Drones for Reporting

As floods and wildfires ravage the country this summer, it's quickly apparent that a new tool at the disposal of newsrooms across the country can help illustrate the scope of a story such as floods, wildfires and more.

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Radio Station Apps Evolve At Exponential Pace.


Inside Radio

Over the air listening may continue to define the bread and butter of traditional radio, but mobile apps continue to beef up what broadcasters offer their audiences. While live streaming, on-demand content, social media and contesting have now become status quo in the app arena, evolution is a constant, as radio groups continue to extend their brands far beyond the airwaves.

In the modern-day radio world, there are perhaps three technologies that are reshaping traditional audio: smart speakers, podcasting and station apps. Inside Radio regularly reports on all and in fact, has offered readers three in-depth features covering the latter over just the past two years. That demonstrates just how rapidly app tech is evolving—and advancing.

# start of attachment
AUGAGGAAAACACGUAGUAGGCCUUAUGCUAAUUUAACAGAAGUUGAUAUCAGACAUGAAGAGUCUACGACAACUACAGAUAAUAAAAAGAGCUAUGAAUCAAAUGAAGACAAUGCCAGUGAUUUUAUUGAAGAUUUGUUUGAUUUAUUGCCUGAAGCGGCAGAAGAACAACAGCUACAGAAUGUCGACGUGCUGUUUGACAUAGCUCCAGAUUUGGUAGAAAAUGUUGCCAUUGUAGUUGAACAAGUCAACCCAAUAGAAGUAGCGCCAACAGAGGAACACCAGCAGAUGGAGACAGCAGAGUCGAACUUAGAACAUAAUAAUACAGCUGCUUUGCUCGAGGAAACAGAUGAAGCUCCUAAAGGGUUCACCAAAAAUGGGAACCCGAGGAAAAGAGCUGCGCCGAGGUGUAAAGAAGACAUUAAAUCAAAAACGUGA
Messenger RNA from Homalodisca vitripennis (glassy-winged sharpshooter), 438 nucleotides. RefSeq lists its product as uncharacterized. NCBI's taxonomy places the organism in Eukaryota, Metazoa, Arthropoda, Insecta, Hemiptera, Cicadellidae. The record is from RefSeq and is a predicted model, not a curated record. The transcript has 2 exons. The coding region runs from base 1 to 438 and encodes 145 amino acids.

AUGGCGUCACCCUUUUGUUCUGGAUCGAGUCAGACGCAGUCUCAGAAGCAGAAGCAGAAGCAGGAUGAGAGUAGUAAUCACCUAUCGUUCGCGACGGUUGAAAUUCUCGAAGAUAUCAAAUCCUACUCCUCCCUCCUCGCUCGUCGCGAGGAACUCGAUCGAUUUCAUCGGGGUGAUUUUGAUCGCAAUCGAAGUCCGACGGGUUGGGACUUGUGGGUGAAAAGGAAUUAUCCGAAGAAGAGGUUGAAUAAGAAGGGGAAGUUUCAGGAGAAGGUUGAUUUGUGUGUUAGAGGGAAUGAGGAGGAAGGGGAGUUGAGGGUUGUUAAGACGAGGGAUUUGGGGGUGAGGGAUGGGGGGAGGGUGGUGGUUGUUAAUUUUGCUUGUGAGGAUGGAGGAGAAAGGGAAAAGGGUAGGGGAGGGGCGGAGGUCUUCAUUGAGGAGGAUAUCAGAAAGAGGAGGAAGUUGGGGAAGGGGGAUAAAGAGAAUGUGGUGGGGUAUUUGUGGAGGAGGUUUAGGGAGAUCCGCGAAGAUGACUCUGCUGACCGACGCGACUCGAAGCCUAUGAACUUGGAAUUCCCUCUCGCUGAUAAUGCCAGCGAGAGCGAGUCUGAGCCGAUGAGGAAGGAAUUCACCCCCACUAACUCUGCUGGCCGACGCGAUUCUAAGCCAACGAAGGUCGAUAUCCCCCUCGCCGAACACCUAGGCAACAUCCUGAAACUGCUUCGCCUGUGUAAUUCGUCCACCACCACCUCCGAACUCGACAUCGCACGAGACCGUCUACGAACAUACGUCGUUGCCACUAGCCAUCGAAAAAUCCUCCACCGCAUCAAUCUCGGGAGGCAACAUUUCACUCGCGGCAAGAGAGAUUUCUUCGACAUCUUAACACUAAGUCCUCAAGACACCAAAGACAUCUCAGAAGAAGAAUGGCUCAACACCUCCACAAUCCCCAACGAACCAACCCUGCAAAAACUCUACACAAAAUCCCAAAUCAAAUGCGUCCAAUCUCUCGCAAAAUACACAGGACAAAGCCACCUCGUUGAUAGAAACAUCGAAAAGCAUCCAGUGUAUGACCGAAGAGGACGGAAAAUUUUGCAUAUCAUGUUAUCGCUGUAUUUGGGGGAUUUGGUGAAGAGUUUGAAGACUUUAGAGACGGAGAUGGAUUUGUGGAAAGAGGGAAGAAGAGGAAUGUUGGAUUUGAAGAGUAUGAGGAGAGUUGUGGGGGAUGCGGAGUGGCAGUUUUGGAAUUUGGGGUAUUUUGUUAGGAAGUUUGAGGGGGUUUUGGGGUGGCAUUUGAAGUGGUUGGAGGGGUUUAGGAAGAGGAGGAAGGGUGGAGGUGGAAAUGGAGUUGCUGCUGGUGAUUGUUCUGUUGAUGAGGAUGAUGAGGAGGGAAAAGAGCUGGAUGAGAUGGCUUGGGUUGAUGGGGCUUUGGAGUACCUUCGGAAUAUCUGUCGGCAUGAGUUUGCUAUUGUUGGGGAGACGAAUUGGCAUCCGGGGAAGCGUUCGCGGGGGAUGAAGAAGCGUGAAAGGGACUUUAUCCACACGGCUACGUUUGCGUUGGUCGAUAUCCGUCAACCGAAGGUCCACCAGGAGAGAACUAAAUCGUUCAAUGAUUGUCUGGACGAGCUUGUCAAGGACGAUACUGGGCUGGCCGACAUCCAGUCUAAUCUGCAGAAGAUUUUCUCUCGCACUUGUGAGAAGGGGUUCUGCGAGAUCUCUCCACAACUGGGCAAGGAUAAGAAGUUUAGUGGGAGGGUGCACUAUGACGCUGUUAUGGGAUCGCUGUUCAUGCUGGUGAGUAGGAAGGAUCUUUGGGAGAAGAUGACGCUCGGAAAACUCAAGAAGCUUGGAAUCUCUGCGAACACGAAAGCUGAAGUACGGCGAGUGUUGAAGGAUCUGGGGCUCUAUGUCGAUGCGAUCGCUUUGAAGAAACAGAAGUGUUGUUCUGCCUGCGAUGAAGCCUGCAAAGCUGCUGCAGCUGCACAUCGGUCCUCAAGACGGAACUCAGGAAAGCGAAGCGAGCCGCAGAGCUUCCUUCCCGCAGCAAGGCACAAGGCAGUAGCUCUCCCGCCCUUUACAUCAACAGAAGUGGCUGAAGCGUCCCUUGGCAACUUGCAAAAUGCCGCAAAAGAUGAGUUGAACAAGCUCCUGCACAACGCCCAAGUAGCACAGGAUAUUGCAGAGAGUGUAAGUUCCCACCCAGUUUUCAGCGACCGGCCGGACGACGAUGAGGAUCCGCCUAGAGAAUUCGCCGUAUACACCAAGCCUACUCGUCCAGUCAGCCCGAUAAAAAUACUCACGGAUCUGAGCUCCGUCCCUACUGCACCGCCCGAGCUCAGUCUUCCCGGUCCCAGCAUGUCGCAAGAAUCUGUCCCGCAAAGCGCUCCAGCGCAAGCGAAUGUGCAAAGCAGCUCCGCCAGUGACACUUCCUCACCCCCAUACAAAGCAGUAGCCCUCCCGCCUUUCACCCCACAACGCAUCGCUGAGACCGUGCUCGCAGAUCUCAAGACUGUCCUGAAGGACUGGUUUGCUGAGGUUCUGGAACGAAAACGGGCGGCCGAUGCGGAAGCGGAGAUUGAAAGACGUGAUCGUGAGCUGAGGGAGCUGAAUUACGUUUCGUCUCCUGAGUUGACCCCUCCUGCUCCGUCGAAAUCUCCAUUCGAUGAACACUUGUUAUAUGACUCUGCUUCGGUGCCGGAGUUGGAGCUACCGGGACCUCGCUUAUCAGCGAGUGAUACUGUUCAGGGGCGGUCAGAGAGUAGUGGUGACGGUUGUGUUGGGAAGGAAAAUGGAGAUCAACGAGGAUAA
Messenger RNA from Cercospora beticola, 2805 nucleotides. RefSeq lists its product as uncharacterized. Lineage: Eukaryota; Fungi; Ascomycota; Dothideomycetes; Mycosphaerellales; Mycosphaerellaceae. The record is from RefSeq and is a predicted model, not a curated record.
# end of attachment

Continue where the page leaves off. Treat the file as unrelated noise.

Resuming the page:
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YouTube wants the news audience, but not the responsibility


Mathew Ingram, Columbia Journalism Review

AFTER COMING UNDER FIRE for promoting fake news, conspiracy theories, and misinformation around events like the Parkland school shooting, YouTube says it will take a number of steps to fix the problem. But the Google-owned video platform still seems to be trying to have its cake and eat it too when it comes to being a media entity.

This week at the South by Southwest conference in Texas, YouTube CEO Susan Wojcicki said that the site plans to show users links to related articles on Wikipedia when they search for topics known to involve conspiracy theories or hoaxes, such as the moon landing or the belief that the earth is flat.

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